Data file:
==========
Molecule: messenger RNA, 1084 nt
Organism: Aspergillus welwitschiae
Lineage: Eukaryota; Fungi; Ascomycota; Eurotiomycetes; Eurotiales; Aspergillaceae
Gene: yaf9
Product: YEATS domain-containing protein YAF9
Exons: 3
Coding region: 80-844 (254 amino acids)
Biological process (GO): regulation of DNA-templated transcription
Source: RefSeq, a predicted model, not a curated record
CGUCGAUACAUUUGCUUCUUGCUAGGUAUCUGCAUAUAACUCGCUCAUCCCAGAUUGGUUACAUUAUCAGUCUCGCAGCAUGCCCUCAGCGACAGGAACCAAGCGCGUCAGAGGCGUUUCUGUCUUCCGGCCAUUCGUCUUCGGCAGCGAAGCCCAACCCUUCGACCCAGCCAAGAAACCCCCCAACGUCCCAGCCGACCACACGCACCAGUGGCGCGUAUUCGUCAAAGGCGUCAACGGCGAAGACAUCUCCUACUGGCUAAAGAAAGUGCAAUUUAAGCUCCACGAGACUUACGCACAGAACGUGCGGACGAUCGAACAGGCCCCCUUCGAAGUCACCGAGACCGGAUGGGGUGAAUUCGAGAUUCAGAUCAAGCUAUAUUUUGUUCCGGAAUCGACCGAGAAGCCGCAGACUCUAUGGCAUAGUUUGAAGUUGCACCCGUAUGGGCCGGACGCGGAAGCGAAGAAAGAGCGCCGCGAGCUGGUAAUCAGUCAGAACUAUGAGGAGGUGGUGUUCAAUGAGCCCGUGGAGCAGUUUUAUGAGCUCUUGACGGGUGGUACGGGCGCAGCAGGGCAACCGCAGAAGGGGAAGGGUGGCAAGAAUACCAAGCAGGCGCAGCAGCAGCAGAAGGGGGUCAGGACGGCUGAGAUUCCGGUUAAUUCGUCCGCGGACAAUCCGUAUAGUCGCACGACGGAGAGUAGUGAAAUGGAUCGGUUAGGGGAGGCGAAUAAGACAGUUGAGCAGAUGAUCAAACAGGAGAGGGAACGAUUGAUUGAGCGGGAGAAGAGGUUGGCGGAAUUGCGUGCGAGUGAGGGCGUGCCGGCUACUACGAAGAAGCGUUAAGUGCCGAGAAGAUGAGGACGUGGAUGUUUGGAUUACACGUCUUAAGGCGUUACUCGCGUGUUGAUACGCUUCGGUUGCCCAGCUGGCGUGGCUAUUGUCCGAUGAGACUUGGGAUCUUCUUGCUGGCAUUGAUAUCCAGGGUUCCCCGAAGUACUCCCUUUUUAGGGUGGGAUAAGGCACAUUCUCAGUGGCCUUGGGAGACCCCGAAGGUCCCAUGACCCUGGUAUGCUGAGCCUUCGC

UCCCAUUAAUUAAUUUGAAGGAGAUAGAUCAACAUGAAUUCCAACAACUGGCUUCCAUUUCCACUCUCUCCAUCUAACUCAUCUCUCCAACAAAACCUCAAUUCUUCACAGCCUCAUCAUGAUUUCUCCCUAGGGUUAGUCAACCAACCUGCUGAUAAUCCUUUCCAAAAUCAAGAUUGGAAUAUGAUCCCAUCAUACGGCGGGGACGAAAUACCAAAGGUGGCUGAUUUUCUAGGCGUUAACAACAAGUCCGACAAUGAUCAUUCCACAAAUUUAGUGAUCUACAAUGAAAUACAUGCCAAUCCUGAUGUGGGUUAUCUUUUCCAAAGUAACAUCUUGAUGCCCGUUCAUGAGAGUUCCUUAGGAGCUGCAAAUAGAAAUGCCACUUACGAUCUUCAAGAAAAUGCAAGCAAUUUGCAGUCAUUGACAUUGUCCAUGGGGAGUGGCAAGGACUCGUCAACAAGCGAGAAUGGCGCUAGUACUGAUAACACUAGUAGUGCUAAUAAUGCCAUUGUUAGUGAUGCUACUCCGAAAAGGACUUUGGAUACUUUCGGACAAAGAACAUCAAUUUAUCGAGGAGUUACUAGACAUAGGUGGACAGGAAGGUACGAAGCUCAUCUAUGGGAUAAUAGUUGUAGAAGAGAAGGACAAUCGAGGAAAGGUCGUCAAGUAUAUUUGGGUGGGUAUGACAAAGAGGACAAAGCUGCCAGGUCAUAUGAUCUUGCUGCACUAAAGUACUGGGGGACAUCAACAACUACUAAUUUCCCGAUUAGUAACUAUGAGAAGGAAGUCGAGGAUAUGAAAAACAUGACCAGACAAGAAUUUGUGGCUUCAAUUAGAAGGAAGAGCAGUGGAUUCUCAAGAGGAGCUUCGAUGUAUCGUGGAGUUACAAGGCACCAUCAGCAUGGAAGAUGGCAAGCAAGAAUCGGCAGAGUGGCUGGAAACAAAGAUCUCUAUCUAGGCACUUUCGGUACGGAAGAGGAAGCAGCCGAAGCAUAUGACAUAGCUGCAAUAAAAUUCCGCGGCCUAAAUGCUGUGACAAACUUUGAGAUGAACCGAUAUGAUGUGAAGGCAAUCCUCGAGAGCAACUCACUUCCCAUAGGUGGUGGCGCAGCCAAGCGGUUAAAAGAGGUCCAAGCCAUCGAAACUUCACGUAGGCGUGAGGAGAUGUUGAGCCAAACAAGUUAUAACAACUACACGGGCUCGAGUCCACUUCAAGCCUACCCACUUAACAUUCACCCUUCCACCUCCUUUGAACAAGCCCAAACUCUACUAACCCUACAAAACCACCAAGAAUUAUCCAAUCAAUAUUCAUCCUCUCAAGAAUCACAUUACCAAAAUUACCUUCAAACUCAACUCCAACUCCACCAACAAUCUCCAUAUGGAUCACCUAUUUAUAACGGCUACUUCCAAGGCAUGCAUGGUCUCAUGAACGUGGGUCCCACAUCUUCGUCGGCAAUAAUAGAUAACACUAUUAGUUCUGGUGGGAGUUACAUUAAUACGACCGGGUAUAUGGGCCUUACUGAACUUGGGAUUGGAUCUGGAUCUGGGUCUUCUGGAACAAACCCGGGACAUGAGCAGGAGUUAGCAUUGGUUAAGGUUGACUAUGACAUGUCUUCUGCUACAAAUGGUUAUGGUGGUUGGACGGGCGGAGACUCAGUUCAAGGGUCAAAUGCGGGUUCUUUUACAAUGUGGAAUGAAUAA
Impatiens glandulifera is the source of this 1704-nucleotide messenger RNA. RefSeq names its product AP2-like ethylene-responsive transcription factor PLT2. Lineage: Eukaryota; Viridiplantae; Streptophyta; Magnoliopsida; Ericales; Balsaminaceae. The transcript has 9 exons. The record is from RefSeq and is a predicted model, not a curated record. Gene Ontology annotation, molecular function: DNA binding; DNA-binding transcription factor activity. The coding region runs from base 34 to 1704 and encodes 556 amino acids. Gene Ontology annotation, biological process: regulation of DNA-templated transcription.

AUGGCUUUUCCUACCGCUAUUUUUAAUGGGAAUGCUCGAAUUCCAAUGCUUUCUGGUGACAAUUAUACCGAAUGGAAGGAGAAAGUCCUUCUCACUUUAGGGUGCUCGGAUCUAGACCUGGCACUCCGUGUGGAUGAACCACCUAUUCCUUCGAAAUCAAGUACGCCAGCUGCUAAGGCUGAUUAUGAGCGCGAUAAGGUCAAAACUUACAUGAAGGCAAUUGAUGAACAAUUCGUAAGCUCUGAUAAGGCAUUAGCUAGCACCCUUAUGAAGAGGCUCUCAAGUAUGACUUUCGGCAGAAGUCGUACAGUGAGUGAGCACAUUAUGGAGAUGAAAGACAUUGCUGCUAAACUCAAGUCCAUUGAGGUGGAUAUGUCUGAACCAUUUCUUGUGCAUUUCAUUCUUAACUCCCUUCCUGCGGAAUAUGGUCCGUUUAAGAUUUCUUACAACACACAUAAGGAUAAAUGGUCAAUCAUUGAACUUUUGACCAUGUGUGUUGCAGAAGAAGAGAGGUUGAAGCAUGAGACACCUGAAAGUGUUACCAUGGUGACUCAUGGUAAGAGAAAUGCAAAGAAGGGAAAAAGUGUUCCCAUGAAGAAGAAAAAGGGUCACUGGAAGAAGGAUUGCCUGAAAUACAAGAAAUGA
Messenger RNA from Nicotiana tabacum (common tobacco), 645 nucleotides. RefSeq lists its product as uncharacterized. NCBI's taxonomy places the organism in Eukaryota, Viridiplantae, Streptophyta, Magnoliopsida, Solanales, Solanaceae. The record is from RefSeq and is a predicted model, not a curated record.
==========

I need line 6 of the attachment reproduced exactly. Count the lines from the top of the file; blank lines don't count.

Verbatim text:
Exons: 3